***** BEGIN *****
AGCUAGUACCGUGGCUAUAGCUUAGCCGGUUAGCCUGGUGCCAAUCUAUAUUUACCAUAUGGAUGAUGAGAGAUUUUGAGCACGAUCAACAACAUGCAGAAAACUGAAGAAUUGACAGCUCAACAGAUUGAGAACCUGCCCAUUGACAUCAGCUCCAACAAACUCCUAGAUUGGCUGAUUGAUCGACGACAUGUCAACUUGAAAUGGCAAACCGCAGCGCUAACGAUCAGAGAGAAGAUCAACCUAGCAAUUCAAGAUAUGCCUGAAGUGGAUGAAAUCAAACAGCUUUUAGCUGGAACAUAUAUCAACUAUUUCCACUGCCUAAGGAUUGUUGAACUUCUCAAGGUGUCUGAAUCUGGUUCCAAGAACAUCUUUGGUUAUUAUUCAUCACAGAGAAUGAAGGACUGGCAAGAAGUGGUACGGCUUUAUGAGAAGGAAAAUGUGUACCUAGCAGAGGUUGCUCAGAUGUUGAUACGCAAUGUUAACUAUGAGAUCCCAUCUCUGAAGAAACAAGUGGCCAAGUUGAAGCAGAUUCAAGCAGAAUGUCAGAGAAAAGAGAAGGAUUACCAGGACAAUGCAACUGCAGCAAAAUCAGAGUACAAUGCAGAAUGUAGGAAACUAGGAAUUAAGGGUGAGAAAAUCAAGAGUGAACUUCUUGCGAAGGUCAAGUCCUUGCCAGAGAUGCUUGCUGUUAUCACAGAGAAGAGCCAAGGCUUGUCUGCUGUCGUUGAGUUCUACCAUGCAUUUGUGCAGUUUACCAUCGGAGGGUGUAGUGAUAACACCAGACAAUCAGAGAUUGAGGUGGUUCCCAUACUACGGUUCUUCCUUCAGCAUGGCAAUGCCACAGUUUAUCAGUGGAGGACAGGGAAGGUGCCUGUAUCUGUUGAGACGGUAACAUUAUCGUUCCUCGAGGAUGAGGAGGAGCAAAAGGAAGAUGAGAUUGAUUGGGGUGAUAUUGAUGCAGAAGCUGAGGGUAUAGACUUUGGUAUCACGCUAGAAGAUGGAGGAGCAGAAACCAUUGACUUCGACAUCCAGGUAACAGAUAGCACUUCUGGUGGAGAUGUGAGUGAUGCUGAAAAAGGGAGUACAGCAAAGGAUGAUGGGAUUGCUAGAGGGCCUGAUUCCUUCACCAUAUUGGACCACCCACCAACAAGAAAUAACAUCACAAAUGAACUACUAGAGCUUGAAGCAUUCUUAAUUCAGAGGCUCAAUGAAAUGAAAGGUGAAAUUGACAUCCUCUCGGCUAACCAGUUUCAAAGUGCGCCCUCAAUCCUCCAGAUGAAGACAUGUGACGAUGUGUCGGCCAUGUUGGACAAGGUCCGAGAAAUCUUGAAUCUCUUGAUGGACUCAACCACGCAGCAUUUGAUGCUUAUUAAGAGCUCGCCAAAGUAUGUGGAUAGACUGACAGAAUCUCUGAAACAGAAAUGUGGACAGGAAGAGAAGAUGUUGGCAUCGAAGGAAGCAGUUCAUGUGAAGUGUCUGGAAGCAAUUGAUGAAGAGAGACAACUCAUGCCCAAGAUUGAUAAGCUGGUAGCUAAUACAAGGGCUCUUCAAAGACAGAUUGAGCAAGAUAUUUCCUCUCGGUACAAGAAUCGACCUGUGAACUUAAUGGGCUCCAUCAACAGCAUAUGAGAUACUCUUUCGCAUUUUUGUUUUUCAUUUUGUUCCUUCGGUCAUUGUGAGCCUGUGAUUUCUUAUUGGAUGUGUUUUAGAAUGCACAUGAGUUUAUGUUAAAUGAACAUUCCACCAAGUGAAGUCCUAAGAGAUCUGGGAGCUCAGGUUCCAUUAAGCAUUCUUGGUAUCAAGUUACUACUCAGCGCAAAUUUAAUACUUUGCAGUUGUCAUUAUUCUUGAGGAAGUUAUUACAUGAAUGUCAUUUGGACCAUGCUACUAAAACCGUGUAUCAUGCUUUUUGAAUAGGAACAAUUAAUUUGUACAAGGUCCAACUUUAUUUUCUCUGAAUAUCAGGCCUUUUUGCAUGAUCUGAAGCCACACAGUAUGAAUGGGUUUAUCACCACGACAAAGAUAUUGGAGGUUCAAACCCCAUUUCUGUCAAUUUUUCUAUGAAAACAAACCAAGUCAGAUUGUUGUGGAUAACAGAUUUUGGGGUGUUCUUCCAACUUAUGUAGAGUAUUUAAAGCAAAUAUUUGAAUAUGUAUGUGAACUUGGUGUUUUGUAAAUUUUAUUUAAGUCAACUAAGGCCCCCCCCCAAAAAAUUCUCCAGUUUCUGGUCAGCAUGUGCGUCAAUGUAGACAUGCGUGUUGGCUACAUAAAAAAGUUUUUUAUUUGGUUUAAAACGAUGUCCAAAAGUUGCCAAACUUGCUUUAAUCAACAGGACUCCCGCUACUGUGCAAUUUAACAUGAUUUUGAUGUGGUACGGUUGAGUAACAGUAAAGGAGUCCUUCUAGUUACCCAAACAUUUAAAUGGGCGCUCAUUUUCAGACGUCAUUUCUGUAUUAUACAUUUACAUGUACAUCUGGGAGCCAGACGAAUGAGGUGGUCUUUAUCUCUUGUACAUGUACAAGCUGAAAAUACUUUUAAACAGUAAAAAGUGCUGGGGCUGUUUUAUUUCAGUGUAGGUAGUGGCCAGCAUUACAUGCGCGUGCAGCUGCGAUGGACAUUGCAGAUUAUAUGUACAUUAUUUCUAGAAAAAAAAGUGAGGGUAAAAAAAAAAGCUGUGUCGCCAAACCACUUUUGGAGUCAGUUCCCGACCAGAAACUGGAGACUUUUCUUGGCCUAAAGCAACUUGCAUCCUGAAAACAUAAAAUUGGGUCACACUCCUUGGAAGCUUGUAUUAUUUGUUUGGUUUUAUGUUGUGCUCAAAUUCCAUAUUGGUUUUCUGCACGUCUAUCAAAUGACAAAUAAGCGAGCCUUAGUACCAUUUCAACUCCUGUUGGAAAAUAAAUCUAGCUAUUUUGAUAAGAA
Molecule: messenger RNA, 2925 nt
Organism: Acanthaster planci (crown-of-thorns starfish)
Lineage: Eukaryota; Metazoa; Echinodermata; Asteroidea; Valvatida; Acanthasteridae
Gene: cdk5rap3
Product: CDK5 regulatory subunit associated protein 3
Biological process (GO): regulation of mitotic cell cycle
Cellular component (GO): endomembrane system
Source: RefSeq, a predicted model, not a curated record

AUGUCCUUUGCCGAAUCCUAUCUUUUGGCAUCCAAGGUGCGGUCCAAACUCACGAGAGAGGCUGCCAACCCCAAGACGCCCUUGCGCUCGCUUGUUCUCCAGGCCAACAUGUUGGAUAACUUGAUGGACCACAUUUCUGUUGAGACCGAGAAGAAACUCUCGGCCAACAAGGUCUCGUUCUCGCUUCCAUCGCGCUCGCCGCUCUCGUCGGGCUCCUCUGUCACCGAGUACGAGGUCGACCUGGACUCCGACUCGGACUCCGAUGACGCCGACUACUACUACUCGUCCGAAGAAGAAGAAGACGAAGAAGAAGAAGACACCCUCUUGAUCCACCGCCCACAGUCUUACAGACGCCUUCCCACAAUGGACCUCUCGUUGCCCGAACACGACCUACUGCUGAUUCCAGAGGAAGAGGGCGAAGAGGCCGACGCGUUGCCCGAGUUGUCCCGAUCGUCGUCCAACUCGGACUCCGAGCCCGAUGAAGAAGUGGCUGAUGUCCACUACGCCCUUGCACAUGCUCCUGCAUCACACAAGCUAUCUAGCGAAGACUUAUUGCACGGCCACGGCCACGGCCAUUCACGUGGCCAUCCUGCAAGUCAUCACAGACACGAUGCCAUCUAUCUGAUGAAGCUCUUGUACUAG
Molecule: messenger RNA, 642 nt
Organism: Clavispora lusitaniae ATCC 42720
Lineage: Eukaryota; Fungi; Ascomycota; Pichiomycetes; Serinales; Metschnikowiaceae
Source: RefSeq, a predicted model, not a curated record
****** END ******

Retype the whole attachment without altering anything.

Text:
AGCUAGUACCGUGGCUAUAGCUUAGCCGGUUAGCCUGGUGCCAAUCUAUAUUUACCAUAUGGAUGAUGAGAGAUUUUGAGCACGAUCAACAACAUGCAGAAAACUGAAGAAUUGACAGCUCAACAGAUUGAGAACCUGCCCAUUGACAUCAGCUCCAACAAACUCCUAGAUUGGCUGAUUGAUCGACGACAUGUCAACUUGAAAUGGCAAACCGCAGCGCUAACGAUCAGAGAGAAGAUCAACCUAGCAAUUCAAGAUAUGCCUGAAGUGGAUGAAAUCAAACAGCUUUUAGCUGGAACAUAUAUCAACUAUUUCCACUGCCUAAGGAUUGUUGAACUUCUCAAGGUGUCUGAAUCUGGUUCCAAGAACAUCUUUGGUUAUUAUUCAUCACAGAGAAUGAAGGACUGGCAAGAAGUGGUACGGCUUUAUGAGAAGGAAAAUGUGUACCUAGCAGAGGUUGCUCAGAUGUUGAUACGCAAUGUUAACUAUGAGAUCCCAUCUCUGAAGAAACAAGUGGCCAAGUUGAAGCAGAUUCAAGCAGAAUGUCAGAGAAAAGAGAAGGAUUACCAGGACAAUGCAACUGCAGCAAAAUCAGAGUACAAUGCAGAAUGUAGGAAACUAGGAAUUAAGGGUGAGAAAAUCAAGAGUGAACUUCUUGCGAAGGUCAAGUCCUUGCCAGAGAUGCUUGCUGUUAUCACAGAGAAGAGCCAAGGCUUGUCUGCUGUCGUUGAGUUCUACCAUGCAUUUGUGCAGUUUACCAUCGGAGGGUGUAGUGAUAACACCAGACAAUCAGAGAUUGAGGUGGUUCCCAUACUACGGUUCUUCCUUCAGCAUGGCAAUGCCACAGUUUAUCAGUGGAGGACAGGGAAGGUGCCUGUAUCUGUUGAGACGGUAACAUUAUCGUUCCUCGAGGAUGAGGAGGAGCAAAAGGAAGAUGAGAUUGAUUGGGGUGAUAUUGAUGCAGAAGCUGAGGGUAUAGACUUUGGUAUCACGCUAGAAGAUGGAGGAGCAGAAACCAUUGACUUCGACAUCCAGGUAACAGAUAGCACUUCUGGUGGAGAUGUGAGUGAUGCUGAAAAAGGGAGUACAGCAAAGGAUGAUGGGAUUGCUAGAGGGCCUGAUUCCUUCACCAUAUUGGACCACCCACCAACAAGAAAUAACAUCACAAAUGAACUACUAGAGCUUGAAGCAUUCUUAAUUCAGAGGCUCAAUGAAAUGAAAGGUGAAAUUGACAUCCUCUCGGCUAACCAGUUUCAAAGUGCGCCCUCAAUCCUCCAGAUGAAGACAUGUGACGAUGUGUCGGCCAUGUUGGACAAGGUCCGAGAAAUCUUGAAUCUCUUGAUGGACUCAACCACGCAGCAUUUGAUGCUUAUUAAGAGCUCGCCAAAGUAUGUGGAUAGACUGACAGAAUCUCUGAAACAGAAAUGUGGACAGGAAGAGAAGAUGUUGGCAUCGAAGGAAGCAGUUCAUGUGAAGUGUCUGGAAGCAAUUGAUGAAGAGAGACAACUCAUGCCCAAGAUUGAUAAGCUGGUAGCUAAUACAAGGGCUCUUCAAAGACAGAUUGAGCAAGAUAUUUCCUCUCGGUACAAGAAUCGACCUGUGAACUUAAUGGGCUCCAUCAACAGCAUAUGAGAUACUCUUUCGCAUUUUUGUUUUUCAUUUUGUUCCUUCGGUCAUUGUGAGCCUGUGAUUUCUUAUUGGAUGUGUUUUAGAAUGCACAUGAGUUUAUGUUAAAUGAACAUUCCACCAAGUGAAGUCCUAAGAGAUCUGGGAGCUCAGGUUCCAUUAAGCAUUCUUGGUAUCAAGUUACUACUCAGCGCAAAUUUAAUACUUUGCAGUUGUCAUUAUUCUUGAGGAAGUUAUUACAUGAAUGUCAUUUGGACCAUGCUACUAAAACCGUGUAUCAUGCUUUUUGAAUAGGAACAAUUAAUUUGUACAAGGUCCAACUUUAUUUUCUCUGAAUAUCAGGCCUUUUUGCAUGAUCUGAAGCCACACAGUAUGAAUGGGUUUAUCACCACGACAAAGAUAUUGGAGGUUCAAACCCCAUUUCUGUCAAUUUUUCUAUGAAAACAAACCAAGUCAGAUUGUUGUGGAUAACAGAUUUUGGGGUGUUCUUCCAACUUAUGUAGAGUAUUUAAAGCAAAUAUUUGAAUAUGUAUGUGAACUUGGUGUUUUGUAAAUUUUAUUUAAGUCAACUAAGGCCCCCCCCCAAAAAAUUCUCCAGUUUCUGGUCAGCAUGUGCGUCAAUGUAGACAUGCGUGUUGGCUACAUAAAAAAGUUUUUUAUUUGGUUUAAAACGAUGUCCAAAAGUUGCCAAACUUGCUUUAAUCAACAGGACUCCCGCUACUGUGCAAUUUAACAUGAUUUUGAUGUGGUACGGUUGAGUAACAGUAAAGGAGUCCUUCUAGUUACCCAAACAUUUAAAUGGGCGCUCAUUUUCAGACGUCAUUUCUGUAUUAUACAUUUACAUGUACAUCUGGGAGCCAGACGAAUGAGGUGGUCUUUAUCUCUUGUACAUGUACAAGCUGAAAAUACUUUUAAACAGUAAAAAGUGCUGGGGCUGUUUUAUUUCAGUGUAGGUAGUGGCCAGCAUUACAUGCGCGUGCAGCUGCGAUGGACAUUGCAGAUUAUAUGUACAUUAUUUCUAGAAAAAAAAGUGAGGGUAAAAAAAAAAGCUGUGUCGCCAAACCACUUUUGGAGUCAGUUCCCGACCAGAAACUGGAGACUUUUCUUGGCCUAAAGCAACUUGCAUCCUGAAAACAUAAAAUUGGGUCACACUCCUUGGAAGCUUGUAUUAUUUGUUUGGUUUUAUGUUGUGCUCAAAUUCCAUAUUGGUUUUCUGCACGUCUAUCAAAUGACAAAUAAGCGAGCCUUAGUACCAUUUCAACUCCUGUUGGAAAAUAAAUCUAGCUAUUUUGAUAAGAA
Molecule: messenger RNA, 2925 nt
Organism: Acanthaster planci (crown-of-thorns starfish)
Lineage: Eukaryota; Metazoa; Echinodermata; Asteroidea; Valvatida; Acanthasteridae
Gene: cdk5rap3
Product: CDK5 regulatory subunit associated protein 3
Biological process (GO): regulation of mitotic cell cycle
Cellular component (GO): endomembrane system
Source: RefSeq, a predicted model, not a curated record

AUGUCCUUUGCCGAAUCCUAUCUUUUGGCAUCCAAGGUGCGGUCCAAACUCACGAGAGAGGCUGCCAACCCCAAGACGCCCUUGCGCUCGCUUGUUCUCCAGGCCAACAUGUUGGAUAACUUGAUGGACCACAUUUCUGUUGAGACCGAGAAGAAACUCUCGGCCAACAAGGUCUCGUUCUCGCUUCCAUCGCGCUCGCCGCUCUCGUCGGGCUCCUCUGUCACCGAGUACGAGGUCGACCUGGACUCCGACUCGGACUCCGAUGACGCCGACUACUACUACUCGUCCGAAGAAGAAGAAGACGAAGAAGAAGAAGACACCCUCUUGAUCCACCGCCCACAGUCUUACAGACGCCUUCCCACAAUGGACCUCUCGUUGCCCGAACACGACCUACUGCUGAUUCCAGAGGAAGAGGGCGAAGAGGCCGACGCGUUGCCCGAGUUGUCCCGAUCGUCGUCCAACUCGGACUCCGAGCCCGAUGAAGAAGUGGCUGAUGUCCACUACGCCCUUGCACAUGCUCCUGCAUCACACAAGCUAUCUAGCGAAGACUUAUUGCACGGCCACGGCCACGGCCAUUCACGUGGCCAUCCUGCAAGUCAUCACAGACACGAUGCCAUCUAUCUGAUGAAGCUCUUGUACUAG
Molecule: messenger RNA, 642 nt
Organism: Clavispora lusitaniae ATCC 42720
Lineage: Eukaryota; Fungi; Ascomycota; Pichiomycetes; Serinales; Metschnikowiaceae
Source: RefSeq, a predicted model, not a curated record